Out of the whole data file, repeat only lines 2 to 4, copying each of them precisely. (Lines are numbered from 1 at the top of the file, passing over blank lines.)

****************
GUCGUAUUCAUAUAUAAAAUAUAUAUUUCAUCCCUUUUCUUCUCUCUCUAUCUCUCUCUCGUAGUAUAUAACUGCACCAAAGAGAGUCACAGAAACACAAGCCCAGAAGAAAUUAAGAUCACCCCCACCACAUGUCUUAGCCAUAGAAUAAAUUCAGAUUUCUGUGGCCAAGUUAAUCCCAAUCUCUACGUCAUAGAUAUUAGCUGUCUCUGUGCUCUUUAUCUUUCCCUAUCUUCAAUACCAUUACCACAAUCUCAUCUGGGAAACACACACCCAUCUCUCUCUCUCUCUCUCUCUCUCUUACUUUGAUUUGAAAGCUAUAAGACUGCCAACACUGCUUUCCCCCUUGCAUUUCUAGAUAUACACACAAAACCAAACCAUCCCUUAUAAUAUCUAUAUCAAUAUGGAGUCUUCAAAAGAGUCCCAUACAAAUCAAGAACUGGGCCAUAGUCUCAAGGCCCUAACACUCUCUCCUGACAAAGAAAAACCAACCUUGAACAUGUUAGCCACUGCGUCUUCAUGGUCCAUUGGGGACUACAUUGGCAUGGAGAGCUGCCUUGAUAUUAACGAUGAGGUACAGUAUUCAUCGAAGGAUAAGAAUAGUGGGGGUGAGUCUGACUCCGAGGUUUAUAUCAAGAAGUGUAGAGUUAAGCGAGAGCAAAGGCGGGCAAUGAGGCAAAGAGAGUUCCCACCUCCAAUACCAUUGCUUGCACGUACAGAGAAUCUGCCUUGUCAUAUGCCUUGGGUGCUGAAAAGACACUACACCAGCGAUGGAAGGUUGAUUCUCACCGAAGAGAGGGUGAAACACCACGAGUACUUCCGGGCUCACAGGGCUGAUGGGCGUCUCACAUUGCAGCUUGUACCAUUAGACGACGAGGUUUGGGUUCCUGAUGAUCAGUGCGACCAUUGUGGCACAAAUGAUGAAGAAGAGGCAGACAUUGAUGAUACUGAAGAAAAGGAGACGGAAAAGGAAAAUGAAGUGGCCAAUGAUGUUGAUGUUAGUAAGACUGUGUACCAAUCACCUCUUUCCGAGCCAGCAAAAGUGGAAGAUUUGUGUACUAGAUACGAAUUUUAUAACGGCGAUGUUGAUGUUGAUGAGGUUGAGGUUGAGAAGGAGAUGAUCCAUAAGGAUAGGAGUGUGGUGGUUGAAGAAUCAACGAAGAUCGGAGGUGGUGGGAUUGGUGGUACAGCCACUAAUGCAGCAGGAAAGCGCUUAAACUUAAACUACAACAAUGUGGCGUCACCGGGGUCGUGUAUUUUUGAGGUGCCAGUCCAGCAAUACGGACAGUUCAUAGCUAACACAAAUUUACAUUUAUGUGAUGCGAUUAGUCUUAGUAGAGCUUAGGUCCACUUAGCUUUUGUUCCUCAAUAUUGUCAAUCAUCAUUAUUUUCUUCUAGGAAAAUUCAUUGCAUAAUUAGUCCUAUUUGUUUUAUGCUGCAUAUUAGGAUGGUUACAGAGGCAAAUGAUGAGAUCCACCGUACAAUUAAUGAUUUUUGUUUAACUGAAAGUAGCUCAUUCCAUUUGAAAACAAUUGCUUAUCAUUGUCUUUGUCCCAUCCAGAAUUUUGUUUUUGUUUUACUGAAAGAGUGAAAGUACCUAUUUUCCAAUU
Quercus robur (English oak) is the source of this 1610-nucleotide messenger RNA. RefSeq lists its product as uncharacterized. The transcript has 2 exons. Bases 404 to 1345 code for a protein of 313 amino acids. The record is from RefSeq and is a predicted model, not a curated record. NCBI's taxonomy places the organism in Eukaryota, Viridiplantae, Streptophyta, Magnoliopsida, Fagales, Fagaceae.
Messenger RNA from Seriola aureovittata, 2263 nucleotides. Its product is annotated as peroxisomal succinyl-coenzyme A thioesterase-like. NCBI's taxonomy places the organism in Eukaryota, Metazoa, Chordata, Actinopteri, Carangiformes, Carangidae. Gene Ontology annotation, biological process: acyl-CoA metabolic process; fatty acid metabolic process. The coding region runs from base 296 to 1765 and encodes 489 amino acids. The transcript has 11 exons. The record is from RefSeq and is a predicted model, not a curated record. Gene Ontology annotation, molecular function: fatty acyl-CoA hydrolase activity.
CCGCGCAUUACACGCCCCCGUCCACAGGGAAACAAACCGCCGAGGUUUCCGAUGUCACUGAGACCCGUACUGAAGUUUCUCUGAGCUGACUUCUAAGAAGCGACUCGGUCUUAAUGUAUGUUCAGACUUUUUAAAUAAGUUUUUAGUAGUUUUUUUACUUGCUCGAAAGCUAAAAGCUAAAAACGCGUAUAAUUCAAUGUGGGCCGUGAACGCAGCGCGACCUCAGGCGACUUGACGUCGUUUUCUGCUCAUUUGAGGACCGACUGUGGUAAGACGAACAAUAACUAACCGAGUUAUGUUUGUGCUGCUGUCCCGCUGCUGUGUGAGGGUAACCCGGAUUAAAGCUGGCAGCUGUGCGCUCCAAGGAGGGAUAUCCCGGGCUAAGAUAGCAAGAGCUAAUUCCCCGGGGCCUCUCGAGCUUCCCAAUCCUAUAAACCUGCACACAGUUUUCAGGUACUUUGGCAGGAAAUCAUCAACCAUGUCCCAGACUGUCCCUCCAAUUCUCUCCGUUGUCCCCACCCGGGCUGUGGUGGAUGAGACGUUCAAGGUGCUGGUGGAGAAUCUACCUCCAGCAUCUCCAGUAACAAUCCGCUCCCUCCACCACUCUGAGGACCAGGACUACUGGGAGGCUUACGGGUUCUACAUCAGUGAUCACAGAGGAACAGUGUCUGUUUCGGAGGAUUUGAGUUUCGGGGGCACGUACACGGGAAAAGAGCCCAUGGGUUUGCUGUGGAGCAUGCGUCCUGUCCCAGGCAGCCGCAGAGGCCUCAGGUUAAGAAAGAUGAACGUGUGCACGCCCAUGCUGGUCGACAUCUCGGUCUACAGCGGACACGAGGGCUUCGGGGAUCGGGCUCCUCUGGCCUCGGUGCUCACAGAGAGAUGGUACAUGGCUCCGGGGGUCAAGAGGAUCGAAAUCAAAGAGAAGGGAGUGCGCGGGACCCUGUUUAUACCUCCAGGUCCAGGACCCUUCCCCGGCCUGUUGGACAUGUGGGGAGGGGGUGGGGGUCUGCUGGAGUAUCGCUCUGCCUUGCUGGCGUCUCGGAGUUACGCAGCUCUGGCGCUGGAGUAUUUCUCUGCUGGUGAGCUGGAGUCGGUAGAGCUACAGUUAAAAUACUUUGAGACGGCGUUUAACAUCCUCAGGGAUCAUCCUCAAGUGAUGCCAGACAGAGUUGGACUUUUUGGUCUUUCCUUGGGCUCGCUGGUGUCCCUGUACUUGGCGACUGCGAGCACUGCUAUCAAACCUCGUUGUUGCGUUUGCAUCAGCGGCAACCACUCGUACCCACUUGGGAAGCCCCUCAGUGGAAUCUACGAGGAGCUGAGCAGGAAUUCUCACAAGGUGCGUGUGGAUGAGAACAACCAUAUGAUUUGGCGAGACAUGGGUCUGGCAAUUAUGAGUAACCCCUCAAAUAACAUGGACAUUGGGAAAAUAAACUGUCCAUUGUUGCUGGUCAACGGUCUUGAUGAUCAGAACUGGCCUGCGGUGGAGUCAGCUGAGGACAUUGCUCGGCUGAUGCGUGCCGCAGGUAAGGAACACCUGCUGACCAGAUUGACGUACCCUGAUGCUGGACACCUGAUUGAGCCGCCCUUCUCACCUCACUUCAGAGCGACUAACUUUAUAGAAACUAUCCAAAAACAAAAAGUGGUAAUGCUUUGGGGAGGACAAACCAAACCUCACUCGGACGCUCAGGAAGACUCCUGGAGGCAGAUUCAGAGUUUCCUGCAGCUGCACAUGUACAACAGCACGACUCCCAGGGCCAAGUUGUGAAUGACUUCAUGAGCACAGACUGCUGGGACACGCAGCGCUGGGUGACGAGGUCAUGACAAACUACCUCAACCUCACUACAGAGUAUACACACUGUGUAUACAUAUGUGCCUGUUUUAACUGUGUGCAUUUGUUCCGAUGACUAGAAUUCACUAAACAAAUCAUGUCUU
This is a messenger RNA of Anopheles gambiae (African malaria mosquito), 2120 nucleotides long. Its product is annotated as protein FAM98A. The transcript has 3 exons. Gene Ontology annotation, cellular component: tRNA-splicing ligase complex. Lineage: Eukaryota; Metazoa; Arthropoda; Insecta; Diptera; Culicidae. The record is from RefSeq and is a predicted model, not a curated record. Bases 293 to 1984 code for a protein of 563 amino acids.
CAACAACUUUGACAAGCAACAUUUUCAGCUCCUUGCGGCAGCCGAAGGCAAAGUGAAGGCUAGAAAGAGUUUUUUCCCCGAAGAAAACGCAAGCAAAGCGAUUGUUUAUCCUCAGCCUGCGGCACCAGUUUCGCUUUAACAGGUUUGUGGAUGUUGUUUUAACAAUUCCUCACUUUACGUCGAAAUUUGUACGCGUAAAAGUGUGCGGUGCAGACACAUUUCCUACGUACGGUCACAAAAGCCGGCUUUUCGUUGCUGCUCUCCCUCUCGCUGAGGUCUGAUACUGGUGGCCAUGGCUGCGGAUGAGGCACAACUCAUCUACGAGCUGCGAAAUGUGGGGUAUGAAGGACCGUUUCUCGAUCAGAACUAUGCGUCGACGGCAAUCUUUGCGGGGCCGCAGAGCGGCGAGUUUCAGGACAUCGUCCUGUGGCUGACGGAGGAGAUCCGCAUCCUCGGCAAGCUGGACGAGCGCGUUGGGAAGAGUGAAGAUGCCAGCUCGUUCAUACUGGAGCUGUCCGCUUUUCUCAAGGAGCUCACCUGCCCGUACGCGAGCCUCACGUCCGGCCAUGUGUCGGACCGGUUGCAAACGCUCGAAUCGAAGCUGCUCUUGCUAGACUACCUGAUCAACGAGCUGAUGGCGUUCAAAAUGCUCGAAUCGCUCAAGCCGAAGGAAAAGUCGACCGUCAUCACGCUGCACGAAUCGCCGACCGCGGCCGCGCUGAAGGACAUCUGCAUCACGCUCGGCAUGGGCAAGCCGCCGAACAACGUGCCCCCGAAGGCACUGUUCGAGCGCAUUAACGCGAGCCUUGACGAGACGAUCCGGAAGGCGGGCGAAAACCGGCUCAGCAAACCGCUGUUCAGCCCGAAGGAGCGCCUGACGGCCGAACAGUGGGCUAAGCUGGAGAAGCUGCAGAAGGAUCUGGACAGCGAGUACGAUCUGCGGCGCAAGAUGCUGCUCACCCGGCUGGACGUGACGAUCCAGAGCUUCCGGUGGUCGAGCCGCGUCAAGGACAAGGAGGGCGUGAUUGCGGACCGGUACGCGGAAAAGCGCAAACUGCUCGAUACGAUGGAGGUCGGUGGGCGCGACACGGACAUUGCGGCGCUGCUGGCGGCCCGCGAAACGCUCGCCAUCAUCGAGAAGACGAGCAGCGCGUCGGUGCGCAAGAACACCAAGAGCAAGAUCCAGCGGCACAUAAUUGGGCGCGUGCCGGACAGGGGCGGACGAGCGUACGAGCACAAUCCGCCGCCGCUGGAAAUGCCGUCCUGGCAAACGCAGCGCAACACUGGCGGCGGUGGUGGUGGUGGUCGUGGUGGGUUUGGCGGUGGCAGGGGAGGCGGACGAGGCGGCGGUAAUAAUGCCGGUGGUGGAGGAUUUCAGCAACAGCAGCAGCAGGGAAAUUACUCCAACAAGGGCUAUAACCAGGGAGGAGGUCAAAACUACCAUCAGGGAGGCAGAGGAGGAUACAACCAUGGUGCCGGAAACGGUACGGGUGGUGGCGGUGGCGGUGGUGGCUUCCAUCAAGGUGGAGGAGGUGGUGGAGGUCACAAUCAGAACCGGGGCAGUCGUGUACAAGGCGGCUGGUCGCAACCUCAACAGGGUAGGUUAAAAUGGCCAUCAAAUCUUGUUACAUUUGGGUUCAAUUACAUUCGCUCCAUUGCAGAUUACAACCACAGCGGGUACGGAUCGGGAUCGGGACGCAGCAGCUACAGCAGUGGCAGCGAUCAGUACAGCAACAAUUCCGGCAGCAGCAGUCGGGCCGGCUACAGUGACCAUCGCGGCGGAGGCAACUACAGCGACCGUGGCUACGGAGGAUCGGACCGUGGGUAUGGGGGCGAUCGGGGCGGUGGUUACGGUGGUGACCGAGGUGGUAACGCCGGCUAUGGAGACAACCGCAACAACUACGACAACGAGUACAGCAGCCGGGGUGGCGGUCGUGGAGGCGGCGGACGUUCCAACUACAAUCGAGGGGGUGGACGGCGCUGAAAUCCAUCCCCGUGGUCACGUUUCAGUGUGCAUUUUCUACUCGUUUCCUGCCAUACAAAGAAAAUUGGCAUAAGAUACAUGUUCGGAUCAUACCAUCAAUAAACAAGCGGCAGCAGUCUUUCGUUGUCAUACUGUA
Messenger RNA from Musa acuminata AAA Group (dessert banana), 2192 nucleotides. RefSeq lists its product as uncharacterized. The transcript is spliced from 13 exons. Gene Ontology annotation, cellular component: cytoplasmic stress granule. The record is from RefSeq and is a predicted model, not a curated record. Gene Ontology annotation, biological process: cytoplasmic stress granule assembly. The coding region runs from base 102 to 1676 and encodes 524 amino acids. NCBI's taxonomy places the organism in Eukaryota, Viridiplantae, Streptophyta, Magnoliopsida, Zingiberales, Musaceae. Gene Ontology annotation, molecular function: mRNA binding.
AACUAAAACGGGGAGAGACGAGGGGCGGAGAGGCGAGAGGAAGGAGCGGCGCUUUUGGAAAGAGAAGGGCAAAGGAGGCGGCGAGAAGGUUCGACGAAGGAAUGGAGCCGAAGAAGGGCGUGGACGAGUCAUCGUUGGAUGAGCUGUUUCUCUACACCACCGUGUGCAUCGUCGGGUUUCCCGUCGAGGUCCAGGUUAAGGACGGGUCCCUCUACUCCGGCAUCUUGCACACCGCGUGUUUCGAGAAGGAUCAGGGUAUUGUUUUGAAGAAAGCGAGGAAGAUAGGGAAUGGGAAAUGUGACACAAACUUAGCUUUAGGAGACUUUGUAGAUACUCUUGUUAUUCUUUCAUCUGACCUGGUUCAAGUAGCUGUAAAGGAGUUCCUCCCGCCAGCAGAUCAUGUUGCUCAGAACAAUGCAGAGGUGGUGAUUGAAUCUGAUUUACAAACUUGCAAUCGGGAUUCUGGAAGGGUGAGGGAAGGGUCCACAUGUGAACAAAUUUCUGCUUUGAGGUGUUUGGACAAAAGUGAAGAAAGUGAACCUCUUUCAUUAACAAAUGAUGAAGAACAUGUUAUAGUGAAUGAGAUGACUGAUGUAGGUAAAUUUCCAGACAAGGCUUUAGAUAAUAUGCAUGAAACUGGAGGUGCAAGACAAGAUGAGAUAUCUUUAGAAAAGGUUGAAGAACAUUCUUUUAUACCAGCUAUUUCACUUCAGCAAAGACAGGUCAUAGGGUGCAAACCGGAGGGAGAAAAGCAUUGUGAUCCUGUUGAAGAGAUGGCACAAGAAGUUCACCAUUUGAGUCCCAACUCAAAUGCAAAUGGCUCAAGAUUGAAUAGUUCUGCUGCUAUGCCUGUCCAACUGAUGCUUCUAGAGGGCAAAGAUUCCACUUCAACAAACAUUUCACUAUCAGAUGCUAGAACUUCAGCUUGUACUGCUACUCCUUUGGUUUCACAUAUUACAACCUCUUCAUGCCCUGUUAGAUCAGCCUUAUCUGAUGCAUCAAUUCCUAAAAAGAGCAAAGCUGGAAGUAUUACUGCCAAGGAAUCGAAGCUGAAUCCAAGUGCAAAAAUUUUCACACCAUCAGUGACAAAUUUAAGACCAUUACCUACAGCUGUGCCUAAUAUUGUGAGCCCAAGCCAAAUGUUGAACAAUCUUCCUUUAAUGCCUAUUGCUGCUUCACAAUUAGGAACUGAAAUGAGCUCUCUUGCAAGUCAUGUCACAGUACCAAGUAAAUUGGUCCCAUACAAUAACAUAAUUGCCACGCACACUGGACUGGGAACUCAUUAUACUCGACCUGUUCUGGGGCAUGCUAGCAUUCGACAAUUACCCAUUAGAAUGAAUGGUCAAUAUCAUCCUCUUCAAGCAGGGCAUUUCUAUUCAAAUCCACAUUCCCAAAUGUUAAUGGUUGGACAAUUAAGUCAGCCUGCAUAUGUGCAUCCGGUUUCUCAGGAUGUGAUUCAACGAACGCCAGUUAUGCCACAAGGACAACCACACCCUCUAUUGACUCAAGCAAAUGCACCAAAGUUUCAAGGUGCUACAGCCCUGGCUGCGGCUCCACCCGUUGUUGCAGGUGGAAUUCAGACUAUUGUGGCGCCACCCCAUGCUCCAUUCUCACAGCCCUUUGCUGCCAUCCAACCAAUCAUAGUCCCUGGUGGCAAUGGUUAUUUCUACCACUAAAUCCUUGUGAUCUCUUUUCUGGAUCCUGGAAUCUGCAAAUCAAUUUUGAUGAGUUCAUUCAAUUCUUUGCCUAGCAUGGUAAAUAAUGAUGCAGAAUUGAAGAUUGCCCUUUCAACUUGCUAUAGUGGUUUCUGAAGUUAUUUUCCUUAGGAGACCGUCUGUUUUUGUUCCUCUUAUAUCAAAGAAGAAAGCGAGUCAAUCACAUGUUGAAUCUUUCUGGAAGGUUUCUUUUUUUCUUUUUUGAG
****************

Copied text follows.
Quercus robur (English oak) is the source of this 1610-nucleotide messenger RNA. RefSeq lists its product as uncharacterized. The transcript has 2 exons. Bases 404 to 1345 code for a protein of 313 amino acids. The record is from RefSeq and is a predicted model, not a curated record. NCBI's taxonomy places the organism in Eukaryota, Viridiplantae, Streptophyta, Magnoliopsida, Fagales, Fagaceae.
Messenger RNA from Seriola aureovittata, 2263 nucleotides. Its product is annotated as peroxisomal succinyl-coenzyme A thioesterase-like. NCBI's taxonomy places the organism in Eukaryota, Metazoa, Chordata, Actinopteri, Carangiformes, Carangidae. Gene Ontology annotation, biological process: acyl-CoA metabolic process; fatty acid metabolic process. The coding region runs from base 296 to 1765 and encodes 489 amino acids. The transcript has 11 exons. The record is from RefSeq and is a predicted model, not a curated record. Gene Ontology annotation, molecular function: fatty acyl-CoA hydrolase activity.
CCGCGCAUUACACGCCCCCGUCCACAGGGAAACAAACCGCCGAGGUUUCCGAUGUCACUGAGACCCGUACUGAAGUUUCUCUGAGCUGACUUCUAAGAAGCGACUCGGUCUUAAUGUAUGUUCAGACUUUUUAAAUAAGUUUUUAGUAGUUUUUUUACUUGCUCGAAAGCUAAAAGCUAAAAACGCGUAUAAUUCAAUGUGGGCCGUGAACGCAGCGCGACCUCAGGCGACUUGACGUCGUUUUCUGCUCAUUUGAGGACCGACUGUGGUAAGACGAACAAUAACUAACCGAGUUAUGUUUGUGCUGCUGUCCCGCUGCUGUGUGAGGGUAACCCGGAUUAAAGCUGGCAGCUGUGCGCUCCAAGGAGGGAUAUCCCGGGCUAAGAUAGCAAGAGCUAAUUCCCCGGGGCCUCUCGAGCUUCCCAAUCCUAUAAACCUGCACACAGUUUUCAGGUACUUUGGCAGGAAAUCAUCAACCAUGUCCCAGACUGUCCCUCCAAUUCUCUCCGUUGUCCCCACCCGGGCUGUGGUGGAUGAGACGUUCAAGGUGCUGGUGGAGAAUCUACCUCCAGCAUCUCCAGUAACAAUCCGCUCCCUCCACCACUCUGAGGACCAGGACUACUGGGAGGCUUACGGGUUCUACAUCAGUGAUCACAGAGGAACAGUGUCUGUUUCGGAGGAUUUGAGUUUCGGGGGCACGUACACGGGAAAAGAGCCCAUGGGUUUGCUGUGGAGCAUGCGUCCUGUCCCAGGCAGCCGCAGAGGCCUCAGGUUAAGAAAGAUGAACGUGUGCACGCCCAUGCUGGUCGACAUCUCGGUCUACAGCGGACACGAGGGCUUCGGGGAUCGGGCUCCUCUGGCCUCGGUGCUCACAGAGAGAUGGUACAUGGCUCCGGGGGUCAAGAGGAUCGAAAUCAAAGAGAAGGGAGUGCGCGGGACCCUGUUUAUACCUCCAGGUCCAGGACCCUUCCCCGGCCUGUUGGACAUGUGGGGAGGGGGUGGGGGUCUGCUGGAGUAUCGCUCUGCCUUGCUGGCGUCUCGGAGUUACGCAGCUCUGGCGCUGGAGUAUUUCUCUGCUGGUGAGCUGGAGUCGGUAGAGCUACAGUUAAAAUACUUUGAGACGGCGUUUAACAUCCUCAGGGAUCAUCCUCAAGUGAUGCCAGACAGAGUUGGACUUUUUGGUCUUUCCUUGGGCUCGCUGGUGUCCCUGUACUUGGCGACUGCGAGCACUGCUAUCAAACCUCGUUGUUGCGUUUGCAUCAGCGGCAACCACUCGUACCCACUUGGGAAGCCCCUCAGUGGAAUCUACGAGGAGCUGAGCAGGAAUUCUCACAAGGUGCGUGUGGAUGAGAACAACCAUAUGAUUUGGCGAGACAUGGGUCUGGCAAUUAUGAGUAACCCCUCAAAUAACAUGGACAUUGGGAAAAUAAACUGUCCAUUGUUGCUGGUCAACGGUCUUGAUGAUCAGAACUGGCCUGCGGUGGAGUCAGCUGAGGACAUUGCUCGGCUGAUGCGUGCCGCAGGUAAGGAACACCUGCUGACCAGAUUGACGUACCCUGAUGCUGGACACCUGAUUGAGCCGCCCUUCUCACCUCACUUCAGAGCGACUAACUUUAUAGAAACUAUCCAAAAACAAAAAGUGGUAAUGCUUUGGGGAGGACAAACCAAACCUCACUCGGACGCUCAGGAAGACUCCUGGAGGCAGAUUCAGAGUUUCCUGCAGCUGCACAUGUACAACAGCACGACUCCCAGGGCCAAGUUGUGAAUGACUUCAUGAGCACAGACUGCUGGGACACGCAGCGCUGGGUGACGAGGUCAUGACAAACUACCUCAACCUCACUACAGAGUAUACACACUGUGUAUACAUAUGUGCCUGUUUUAACUGUGUGCAUUUGUUCCGAUGACUAGAAUUCACUAAACAAAUCAUGUCUU